In the Mecca of Capitalism that the U.S. is, it may perhaps be inappropriate to ask: Are young Americans becoming more materialistic? As I read David Brook’s column The Streamlined Life in the New York Times, just two days ago, this question is addressed, quite directly and his argument seems to suggest that indeed they are becoming more materialistic. With greater economic insecurity, lack of opportunities, are young people these days becoming more obsessed with wealth and economic stability? What is at stake here is how does this bode for the future of America’s role in the world?
Is this greater focus on just material wealth and success going to make the future leaders of America more insular, inward looking and disconnected from the outside world. In his column, Brooks thinks out aloud whether American college freshmen are becoming too goal oriented and focused on success, to the detriment of other bigger questions such as ‘meaning of life’ and developing a coherent living philosophy. Based on the survey results of the survey by U.C.L.A., he says “Their overall values change. In 1966, only 42 percent of freshmen said that being well-off financially was an essential or very important life goal. By 2005, 75 percent of students said being well-off financially was essential or very important. Affluence, once a middling value, is now tied as students’ top life goal.” While there is a tendency among many Americans to think that their country is ‘exceptional,’ due to its super-power status, they also mistakenly assume that it is ok for them to be completely self-absorbed with their own problems and not care about the rest of the world. This is visible through various surveys conducted about Americans attitudes towards rest of the world, including the amount of foreign-aid that America should give, the role that U.S. should have in global affairs etc. Consistently, the average American seems to think that the lesser involvement, the better. While this is a normative question, where each answer can be equally valid, from a realist perspective, this seems foolhardy; as a super-power cannot afford to be self-absorbed. It not only hurts its ability to influence world events, but also hurts its moral standing.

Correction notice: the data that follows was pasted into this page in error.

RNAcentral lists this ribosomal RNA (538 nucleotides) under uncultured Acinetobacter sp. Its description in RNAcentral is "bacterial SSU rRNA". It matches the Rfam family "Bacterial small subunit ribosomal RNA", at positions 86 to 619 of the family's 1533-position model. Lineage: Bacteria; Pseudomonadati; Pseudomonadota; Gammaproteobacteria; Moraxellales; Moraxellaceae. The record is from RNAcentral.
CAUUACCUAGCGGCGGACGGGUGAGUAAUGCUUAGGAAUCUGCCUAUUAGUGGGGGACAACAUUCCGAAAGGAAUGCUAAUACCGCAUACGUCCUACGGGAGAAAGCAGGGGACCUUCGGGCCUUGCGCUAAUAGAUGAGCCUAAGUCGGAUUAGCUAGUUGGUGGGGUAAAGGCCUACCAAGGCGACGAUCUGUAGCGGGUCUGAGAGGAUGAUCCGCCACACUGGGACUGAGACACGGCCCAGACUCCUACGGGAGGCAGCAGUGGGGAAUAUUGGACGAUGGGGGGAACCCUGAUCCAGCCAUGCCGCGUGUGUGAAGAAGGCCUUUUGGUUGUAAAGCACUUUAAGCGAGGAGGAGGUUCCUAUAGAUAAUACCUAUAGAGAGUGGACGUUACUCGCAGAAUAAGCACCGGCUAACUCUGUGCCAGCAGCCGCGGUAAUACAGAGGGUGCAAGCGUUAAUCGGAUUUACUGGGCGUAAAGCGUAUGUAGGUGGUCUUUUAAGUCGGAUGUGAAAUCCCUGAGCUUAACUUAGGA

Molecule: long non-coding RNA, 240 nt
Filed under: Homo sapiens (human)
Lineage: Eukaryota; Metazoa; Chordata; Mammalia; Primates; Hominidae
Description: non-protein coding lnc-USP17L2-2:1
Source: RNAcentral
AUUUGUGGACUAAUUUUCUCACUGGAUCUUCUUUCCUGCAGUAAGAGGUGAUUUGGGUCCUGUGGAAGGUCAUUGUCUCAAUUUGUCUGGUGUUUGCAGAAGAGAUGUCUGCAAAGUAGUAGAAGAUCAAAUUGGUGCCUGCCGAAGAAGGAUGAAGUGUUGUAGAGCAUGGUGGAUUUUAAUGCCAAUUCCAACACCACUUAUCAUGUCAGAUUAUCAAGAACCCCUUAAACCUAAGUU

The questions raised above, about whether greater individualism and focus on wealth is impacting American society are not new ones, by any means.In their classic book, Habits of the Heart (1985), Robert Bellah et al investigated the phenomenon of individualism and argue that Americans use their public and private aspects of life to make sense of their lives. They say “Our conversations with our fellow citizens have deepened our conviction that although we have to rely on our traditions to answer those questions, we have to probe those traditions much more critically than we are used to doing if we are going to make sense of the challenges posted by the rapidly changing world we live in.” (p.21).While identifying individualism as a uniquely American trait, that my well define the ‘American character,’ Bellah et al contend that “Whatever the differences among the traditions and the consequent differences in their understandings of individualisms, there are some things they all share, things that are basic to American identity. We believe in dignity indeed the sacredness of the individual. Anything that would violate our right to think for ourselves, judge for ourselves, make our own decisions, live our lives as we see fit, is not only morally wrong, it is sacrilegious. Our highest and noblest aspirations, not only for ourselves, but for those we care about, for our society and for the world, are closely linked to our individualism.”(Pg.142). This individualism is a consequence of the Western liberal tradition, which holds the freedom of the individual to be paramount, but has also been informed by the strongly religious traditions in the country. They have identified various forms of individualism such as ‘expressive individualism’ and ‘utilitarian individualism’ and Walt Whitman and Benjamin Franklin are given as examples of the two types of individualisms. So, in effect, individualism is not a hindrance to collective action or idealism; but it can rather help Americans deal with and make sense of the demands that their communities make of them. The trouble seems to arise when there is too much of individualism and it leads to people becoming self-absorbed to the extent that there is a total disconnect from society. This could have implications for democracy as such, as scholars such as Robert Putnam (2001) and Robert Wuthnow (2004) have argued in their books.